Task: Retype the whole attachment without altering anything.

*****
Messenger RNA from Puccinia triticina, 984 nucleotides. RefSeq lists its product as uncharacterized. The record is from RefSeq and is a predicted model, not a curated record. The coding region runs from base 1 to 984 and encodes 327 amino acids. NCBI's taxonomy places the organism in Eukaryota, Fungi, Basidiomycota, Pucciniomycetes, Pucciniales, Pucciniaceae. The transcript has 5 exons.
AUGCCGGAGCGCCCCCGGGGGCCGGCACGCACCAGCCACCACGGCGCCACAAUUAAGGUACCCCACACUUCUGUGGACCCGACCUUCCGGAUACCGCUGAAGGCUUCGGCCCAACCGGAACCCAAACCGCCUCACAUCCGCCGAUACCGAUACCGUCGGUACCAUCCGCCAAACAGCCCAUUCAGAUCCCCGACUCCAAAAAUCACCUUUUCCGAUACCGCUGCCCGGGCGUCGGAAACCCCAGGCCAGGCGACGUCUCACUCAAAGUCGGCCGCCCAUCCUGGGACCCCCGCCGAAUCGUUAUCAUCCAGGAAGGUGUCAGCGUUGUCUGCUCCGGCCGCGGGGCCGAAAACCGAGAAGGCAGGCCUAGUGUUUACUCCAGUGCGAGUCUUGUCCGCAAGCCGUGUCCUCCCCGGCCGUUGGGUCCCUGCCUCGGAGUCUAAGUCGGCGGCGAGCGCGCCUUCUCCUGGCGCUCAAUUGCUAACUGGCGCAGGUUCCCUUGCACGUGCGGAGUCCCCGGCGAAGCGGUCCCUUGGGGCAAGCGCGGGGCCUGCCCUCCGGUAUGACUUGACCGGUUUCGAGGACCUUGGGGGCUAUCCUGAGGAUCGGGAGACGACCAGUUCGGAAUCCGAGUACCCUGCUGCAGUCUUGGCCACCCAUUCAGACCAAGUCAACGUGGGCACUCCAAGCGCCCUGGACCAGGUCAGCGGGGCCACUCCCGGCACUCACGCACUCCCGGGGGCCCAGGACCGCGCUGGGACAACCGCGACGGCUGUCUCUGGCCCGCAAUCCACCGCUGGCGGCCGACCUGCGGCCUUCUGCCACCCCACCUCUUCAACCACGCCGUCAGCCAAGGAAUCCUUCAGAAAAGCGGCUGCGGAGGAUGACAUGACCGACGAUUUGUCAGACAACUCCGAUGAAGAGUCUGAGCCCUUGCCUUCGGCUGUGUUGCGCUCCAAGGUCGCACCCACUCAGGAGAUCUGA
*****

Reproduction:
Messenger RNA from Puccinia triticina, 984 nucleotides. RefSeq lists its product as uncharacterized. The record is from RefSeq and is a predicted model, not a curated record. The coding region runs from base 1 to 984 and encodes 327 amino acids. NCBI's taxonomy places the organism in Eukaryota, Fungi, Basidiomycota, Pucciniomycetes, Pucciniales, Pucciniaceae. The transcript has 5 exons.
AUGCCGGAGCGCCCCCGGGGGCCGGCACGCACCAGCCACCACGGCGCCACAAUUAAGGUACCCCACACUUCUGUGGACCCGACCUUCCGGAUACCGCUGAAGGCUUCGGCCCAACCGGAACCCAAACCGCCUCACAUCCGCCGAUACCGAUACCGUCGGUACCAUCCGCCAAACAGCCCAUUCAGAUCCCCGACUCCAAAAAUCACCUUUUCCGAUACCGCUGCCCGGGCGUCGGAAACCCCAGGCCAGGCGACGUCUCACUCAAAGUCGGCCGCCCAUCCUGGGACCCCCGCCGAAUCGUUAUCAUCCAGGAAGGUGUCAGCGUUGUCUGCUCCGGCCGCGGGGCCGAAAACCGAGAAGGCAGGCCUAGUGUUUACUCCAGUGCGAGUCUUGUCCGCAAGCCGUGUCCUCCCCGGCCGUUGGGUCCCUGCCUCGGAGUCUAAGUCGGCGGCGAGCGCGCCUUCUCCUGGCGCUCAAUUGCUAACUGGCGCAGGUUCCCUUGCACGUGCGGAGUCCCCGGCGAAGCGGUCCCUUGGGGCAAGCGCGGGGCCUGCCCUCCGGUAUGACUUGACCGGUUUCGAGGACCUUGGGGGCUAUCCUGAGGAUCGGGAGACGACCAGUUCGGAAUCCGAGUACCCUGCUGCAGUCUUGGCCACCCAUUCAGACCAAGUCAACGUGGGCACUCCAAGCGCCCUGGACCAGGUCAGCGGGGCCACUCCCGGCACUCACGCACUCCCGGGGGCCCAGGACCGCGCUGGGACAACCGCGACGGCUGUCUCUGGCCCGCAAUCCACCGCUGGCGGCCGACCUGCGGCCUUCUGCCACCCCACCUCUUCAACCACGCCGUCAGCCAAGGAAUCCUUCAGAAAAGCGGCUGCGGAGGAUGACAUGACCGACGAUUUGUCAGACAACUCCGAUGAAGAGUCUGAGCCCUUGCCUUCGGCUGUGUUGCGCUCCAAGGUCGCACCCACUCAGGAGAUCUGA